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Maurice White

  • Birthplace: Memphis, Tennessee
  • Birthday: December 19
Date of passing: 
February 03, 2016

Obituary

Obituary: 

Maurice White was a singer and performer, best known for being the founder of the R&B group Earth, Wind & Fire and co-lead singer with Philip Bailey. White was nominated for a total of 20 Grammys, winning seven, and was inducted into the Rock and Roll Hall of Fame and the Vocal Group Hall of Fame as a member of the band, and was inducted individually into the Songwriters Hall of Fame.

The horn-driven, nine-piece band sold more than 90 million albums, and was known for its hits “September,” “Shining Star,” "Reasons" and “Boogie Wonderland.” Earth, Wind & Fire featured Maurice White and his younger brother Verdine White. The band became well-known in 1975, with the release of the album That’s the Way of the World.

The group's music was also often featured in film and television, including the series The Brady Bunch Variety Hour, Fame, Seinfeld, American Dad, My Name is Earl, Glee, Chuck, Bob’s Burgers, The Affair and The Mentalist. The films included Coming to America, Caddyshack II, Boogie Nights, The Waterboy, Muppets from Space, Austin Powers in Goldmember, Love Don’t Cost a Thing, Something’s Gotta Give, Hitch, Be Cool, Babel, The Holiday and Night at the Museum.

White also appeared in television performances and specials with the band, including, The Music for UNICEF Concert: A Gift of Song, Top of the Pops, Earth, Wind & Fire in Concert, Solid Gold, The History of Rock 'n' Roll and When Disco Ruled the World.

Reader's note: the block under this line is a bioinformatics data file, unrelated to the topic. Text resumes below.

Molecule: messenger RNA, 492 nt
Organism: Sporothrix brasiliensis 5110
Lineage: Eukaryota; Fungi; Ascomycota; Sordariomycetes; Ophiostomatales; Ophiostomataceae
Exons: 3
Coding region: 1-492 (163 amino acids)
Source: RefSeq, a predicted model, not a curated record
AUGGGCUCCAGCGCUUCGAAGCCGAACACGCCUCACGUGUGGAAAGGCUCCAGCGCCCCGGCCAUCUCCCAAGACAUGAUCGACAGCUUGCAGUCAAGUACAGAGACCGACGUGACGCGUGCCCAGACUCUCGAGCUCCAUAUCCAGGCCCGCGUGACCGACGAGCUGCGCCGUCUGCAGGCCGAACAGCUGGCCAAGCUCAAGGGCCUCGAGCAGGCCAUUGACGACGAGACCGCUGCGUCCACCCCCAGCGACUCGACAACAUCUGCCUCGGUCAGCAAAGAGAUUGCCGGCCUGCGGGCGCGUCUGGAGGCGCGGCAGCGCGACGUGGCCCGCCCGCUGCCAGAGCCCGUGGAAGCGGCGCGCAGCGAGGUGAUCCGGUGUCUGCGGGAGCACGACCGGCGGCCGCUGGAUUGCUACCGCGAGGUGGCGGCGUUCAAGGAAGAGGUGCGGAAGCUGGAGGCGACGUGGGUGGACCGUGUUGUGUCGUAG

Maurice White was a singer and performer, best known for being the founder of the R&B group Earth, Wind & Fire and co-lead singer with Philip Bailey. White was nominated for a total of 20 Grammys, winning seven, and was inducted into the Rock and Roll Hall of Fame and the Vocal Group Hall of Fame as a member of the band, and was inducted individually into the Songwriters Hall of Fame.

The horn-driven, nine-piece band sold more than 90 million albums, and was known for its hits “September,” “Shining Star,” "Reasons" and “Boogie Wonderland.” Earth, Wind & Fire featured Maurice White and his younger brother Verdine White. The band became well-known in 1975, with the release of the album That’s the Way of the World.

The group's music was also often featured in film and television, including the series The Brady Bunch Variety Hour, Fame, Seinfeld, American Dad, My Name is Earl, Glee, Chuck, Bob’s Burgers, The Affair and The Mentalist. The films included Coming to America, Caddyshack II, Boogie Nights, The Waterboy, Muppets from Space, Austin Powers in Goldmember, Love Don’t Cost a Thing, Something’s Gotta Give, Hitch, Be Cool, Babel, The Holiday and Night at the Museum.

White also appeared in television performances and specials with the band, including, The Music for UNICEF Concert: A Gift of Song, Top of the Pops, Earth, Wind & Fire in Concert, Solid Gold, The History of Rock 'n' Roll and When Disco Ruled the World.

He got his start studying music at the Chicago Conservancy, and during the 1960s he backed Muddy Waters, The Impressions and more. He later worked as a session drummer, and founded the band Salty Peppers in Chicago. He and Verdine moved to Los Angeles and reformed the band as Earth, Wind & Fire. Their early sound was jazzy, but evolved into funk and Big Band music, and they were also known for their visually spectacular concerts.

White also had a side career producing other artists, including Cher and Barbra Streisand. And in the 1970s he co-wrote and co-produced the Emotions' number one hit, “Best of My Love.”

He died February 3, 2016, in Los Angeles. He was 74.

 

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